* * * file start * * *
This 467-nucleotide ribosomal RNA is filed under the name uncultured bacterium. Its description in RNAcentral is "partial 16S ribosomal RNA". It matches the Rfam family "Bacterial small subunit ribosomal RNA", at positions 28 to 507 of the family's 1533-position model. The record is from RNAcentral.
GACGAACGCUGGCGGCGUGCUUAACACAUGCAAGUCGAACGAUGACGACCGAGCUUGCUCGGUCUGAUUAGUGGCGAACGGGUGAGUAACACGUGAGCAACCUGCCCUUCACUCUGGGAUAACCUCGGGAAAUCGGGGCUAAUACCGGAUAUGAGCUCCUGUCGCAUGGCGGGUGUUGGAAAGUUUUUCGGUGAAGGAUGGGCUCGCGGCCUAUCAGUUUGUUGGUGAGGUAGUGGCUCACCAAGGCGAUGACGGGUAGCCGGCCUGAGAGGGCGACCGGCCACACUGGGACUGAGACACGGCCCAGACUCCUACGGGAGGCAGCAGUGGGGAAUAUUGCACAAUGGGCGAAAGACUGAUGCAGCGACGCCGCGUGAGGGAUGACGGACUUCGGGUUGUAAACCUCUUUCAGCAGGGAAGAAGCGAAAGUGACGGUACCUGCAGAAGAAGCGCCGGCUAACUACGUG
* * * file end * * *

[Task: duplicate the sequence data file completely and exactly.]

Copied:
This 467-nucleotide ribosomal RNA is filed under the name uncultured bacterium. Its description in RNAcentral is "partial 16S ribosomal RNA". It matches the Rfam family "Bacterial small subunit ribosomal RNA", at positions 28 to 507 of the family's 1533-position model. The record is from RNAcentral.
GACGAACGCUGGCGGCGUGCUUAACACAUGCAAGUCGAACGAUGACGACCGAGCUUGCUCGGUCUGAUUAGUGGCGAACGGGUGAGUAACACGUGAGCAACCUGCCCUUCACUCUGGGAUAACCUCGGGAAAUCGGGGCUAAUACCGGAUAUGAGCUCCUGUCGCAUGGCGGGUGUUGGAAAGUUUUUCGGUGAAGGAUGGGCUCGCGGCCUAUCAGUUUGUUGGUGAGGUAGUGGCUCACCAAGGCGAUGACGGGUAGCCGGCCUGAGAGGGCGACCGGCCACACUGGGACUGAGACACGGCCCAGACUCCUACGGGAGGCAGCAGUGGGGAAUAUUGCACAAUGGGCGAAAGACUGAUGCAGCGACGCCGCGUGAGGGAUGACGGACUUCGGGUUGUAAACCUCUUUCAGCAGGGAAGAAGCGAAAGUGACGGUACCUGCAGAAGAAGCGCCGGCUAACUACGUG